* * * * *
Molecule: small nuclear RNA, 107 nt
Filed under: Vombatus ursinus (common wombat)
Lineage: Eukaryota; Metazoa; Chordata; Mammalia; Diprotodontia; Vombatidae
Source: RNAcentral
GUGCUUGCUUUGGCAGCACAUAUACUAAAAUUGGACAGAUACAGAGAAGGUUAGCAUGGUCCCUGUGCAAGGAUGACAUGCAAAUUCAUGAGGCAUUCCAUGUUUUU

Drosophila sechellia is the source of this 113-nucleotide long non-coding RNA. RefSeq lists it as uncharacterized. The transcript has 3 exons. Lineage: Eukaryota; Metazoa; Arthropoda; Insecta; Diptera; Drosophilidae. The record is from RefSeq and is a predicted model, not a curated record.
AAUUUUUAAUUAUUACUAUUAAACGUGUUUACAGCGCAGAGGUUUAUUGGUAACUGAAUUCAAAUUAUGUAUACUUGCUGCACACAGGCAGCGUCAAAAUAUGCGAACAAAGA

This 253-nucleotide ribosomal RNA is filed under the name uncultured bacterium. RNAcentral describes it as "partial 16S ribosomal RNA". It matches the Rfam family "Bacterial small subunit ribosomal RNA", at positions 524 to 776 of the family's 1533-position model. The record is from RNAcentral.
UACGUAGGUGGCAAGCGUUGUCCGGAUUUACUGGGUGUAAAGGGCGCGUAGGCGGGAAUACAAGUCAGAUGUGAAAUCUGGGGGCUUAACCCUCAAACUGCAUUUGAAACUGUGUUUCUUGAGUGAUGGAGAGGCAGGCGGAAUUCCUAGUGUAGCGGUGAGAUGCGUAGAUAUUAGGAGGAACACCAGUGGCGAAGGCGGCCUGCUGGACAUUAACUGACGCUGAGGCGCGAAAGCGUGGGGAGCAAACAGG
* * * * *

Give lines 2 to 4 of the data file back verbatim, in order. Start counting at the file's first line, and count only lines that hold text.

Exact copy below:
Filed under: Vombatus ursinus (common wombat)
Lineage: Eukaryota; Metazoa; Chordata; Mammalia; Diprotodontia; Vombatidae
Source: RNAcentral